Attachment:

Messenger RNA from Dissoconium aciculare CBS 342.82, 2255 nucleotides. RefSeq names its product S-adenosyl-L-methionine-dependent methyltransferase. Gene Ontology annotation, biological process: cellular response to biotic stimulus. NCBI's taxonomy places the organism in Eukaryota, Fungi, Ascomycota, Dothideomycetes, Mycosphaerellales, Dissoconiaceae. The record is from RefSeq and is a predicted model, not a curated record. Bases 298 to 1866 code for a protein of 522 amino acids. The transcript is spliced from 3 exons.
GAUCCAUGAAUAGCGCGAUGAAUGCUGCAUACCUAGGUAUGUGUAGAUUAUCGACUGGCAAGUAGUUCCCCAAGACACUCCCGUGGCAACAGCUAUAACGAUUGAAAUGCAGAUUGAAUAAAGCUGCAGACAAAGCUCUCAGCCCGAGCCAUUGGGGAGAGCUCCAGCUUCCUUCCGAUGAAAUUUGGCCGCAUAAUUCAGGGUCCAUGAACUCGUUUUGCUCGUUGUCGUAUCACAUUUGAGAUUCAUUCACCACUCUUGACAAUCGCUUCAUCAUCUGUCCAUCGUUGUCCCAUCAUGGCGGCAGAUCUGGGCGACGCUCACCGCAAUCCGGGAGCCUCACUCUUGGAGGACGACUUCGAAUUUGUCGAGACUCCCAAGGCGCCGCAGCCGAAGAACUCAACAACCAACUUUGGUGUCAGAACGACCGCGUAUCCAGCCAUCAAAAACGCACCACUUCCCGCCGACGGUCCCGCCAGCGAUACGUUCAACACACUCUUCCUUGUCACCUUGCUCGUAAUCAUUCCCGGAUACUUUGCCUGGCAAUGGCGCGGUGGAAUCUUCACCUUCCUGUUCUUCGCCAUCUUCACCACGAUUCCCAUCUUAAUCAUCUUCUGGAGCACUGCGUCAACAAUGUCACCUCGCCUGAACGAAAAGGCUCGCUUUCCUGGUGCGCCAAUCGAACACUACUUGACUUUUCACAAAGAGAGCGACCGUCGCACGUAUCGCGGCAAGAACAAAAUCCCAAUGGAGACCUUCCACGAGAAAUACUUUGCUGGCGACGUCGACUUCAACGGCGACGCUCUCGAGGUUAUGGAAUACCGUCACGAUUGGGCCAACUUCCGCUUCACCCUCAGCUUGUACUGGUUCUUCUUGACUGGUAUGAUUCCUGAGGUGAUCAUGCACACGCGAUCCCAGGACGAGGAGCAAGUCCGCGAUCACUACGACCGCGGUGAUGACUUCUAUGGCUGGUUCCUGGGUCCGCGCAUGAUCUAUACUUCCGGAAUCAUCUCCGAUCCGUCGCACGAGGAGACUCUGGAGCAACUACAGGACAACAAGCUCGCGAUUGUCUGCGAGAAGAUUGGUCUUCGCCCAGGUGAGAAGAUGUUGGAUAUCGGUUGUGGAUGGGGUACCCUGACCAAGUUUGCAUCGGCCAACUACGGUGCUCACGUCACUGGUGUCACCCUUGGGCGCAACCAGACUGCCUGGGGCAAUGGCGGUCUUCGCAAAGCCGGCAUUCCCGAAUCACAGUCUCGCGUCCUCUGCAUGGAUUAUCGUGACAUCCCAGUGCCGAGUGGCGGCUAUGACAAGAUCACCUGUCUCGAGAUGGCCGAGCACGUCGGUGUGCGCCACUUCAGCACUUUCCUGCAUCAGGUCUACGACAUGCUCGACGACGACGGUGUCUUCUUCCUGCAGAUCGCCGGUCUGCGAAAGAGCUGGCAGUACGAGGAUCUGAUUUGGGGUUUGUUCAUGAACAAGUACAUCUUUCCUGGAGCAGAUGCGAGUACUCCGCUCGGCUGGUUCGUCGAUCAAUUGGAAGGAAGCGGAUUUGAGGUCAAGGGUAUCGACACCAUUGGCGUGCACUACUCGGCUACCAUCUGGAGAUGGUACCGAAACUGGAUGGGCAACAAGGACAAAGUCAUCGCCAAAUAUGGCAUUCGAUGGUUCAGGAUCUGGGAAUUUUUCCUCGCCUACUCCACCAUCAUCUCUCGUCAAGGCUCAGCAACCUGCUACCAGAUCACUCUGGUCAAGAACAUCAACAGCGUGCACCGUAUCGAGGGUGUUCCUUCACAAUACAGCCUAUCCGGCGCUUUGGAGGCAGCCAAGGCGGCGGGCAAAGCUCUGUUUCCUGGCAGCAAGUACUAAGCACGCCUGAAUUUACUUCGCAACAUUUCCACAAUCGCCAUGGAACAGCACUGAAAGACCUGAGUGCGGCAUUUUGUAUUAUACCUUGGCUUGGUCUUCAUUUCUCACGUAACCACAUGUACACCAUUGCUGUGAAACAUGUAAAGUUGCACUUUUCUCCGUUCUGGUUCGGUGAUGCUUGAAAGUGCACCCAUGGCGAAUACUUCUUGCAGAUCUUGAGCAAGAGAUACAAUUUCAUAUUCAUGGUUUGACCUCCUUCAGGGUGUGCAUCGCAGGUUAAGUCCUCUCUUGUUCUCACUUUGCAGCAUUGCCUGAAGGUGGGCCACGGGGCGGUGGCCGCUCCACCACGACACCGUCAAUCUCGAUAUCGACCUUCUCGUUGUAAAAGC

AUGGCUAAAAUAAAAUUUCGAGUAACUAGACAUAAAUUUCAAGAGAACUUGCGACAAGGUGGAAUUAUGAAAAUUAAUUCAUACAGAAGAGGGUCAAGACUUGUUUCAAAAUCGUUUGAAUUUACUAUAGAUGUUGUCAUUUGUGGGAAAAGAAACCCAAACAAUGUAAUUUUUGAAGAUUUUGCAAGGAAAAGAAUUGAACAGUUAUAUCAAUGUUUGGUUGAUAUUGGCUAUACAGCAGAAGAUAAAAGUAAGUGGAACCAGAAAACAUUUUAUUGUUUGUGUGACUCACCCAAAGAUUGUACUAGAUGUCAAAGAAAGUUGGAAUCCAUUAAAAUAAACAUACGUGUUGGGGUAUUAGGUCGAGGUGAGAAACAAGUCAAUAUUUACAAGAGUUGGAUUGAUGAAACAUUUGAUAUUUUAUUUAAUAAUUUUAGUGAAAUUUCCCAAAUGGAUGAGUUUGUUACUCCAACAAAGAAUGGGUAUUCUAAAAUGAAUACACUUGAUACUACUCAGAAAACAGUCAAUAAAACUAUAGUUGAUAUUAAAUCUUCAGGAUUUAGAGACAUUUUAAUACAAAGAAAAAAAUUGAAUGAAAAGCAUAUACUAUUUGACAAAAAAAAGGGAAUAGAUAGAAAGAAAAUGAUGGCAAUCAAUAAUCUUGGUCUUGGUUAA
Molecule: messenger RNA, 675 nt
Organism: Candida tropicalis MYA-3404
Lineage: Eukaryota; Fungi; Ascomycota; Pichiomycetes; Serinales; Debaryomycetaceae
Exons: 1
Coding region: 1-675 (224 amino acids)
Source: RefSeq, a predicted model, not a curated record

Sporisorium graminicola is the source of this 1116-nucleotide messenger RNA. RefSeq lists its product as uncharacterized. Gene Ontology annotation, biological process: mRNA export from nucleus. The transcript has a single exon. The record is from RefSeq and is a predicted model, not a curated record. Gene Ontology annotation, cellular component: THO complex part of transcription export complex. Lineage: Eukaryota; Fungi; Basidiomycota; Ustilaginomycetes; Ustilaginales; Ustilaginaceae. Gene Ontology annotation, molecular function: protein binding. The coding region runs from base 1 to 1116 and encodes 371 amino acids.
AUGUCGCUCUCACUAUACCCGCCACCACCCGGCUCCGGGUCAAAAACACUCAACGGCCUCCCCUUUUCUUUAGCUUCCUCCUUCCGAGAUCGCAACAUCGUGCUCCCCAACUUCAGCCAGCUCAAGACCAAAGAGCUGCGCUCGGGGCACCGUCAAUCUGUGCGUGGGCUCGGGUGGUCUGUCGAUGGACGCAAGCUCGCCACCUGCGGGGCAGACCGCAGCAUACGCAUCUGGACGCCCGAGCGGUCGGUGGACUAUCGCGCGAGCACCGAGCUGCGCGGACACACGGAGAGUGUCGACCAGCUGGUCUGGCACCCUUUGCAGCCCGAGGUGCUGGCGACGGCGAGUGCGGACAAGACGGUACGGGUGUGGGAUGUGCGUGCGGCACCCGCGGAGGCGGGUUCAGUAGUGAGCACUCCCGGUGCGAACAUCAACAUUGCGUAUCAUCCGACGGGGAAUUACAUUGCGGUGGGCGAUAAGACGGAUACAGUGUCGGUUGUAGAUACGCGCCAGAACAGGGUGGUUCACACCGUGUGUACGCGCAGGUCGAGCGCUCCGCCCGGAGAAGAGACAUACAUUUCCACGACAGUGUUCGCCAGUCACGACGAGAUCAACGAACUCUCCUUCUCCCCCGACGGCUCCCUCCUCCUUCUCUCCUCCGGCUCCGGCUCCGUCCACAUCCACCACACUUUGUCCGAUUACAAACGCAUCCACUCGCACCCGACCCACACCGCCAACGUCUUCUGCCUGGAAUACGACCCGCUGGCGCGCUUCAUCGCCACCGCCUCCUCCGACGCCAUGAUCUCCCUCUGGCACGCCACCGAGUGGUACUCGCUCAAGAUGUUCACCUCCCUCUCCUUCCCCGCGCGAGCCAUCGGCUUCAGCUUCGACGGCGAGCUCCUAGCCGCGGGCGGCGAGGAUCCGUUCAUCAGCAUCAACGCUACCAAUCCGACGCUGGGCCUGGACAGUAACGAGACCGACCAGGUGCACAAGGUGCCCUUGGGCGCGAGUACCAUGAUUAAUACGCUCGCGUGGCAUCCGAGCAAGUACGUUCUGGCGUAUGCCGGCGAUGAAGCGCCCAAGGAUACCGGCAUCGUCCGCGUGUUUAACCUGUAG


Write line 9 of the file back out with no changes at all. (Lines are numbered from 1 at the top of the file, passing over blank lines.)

Source: RefSeq, a predicted model, not a curated record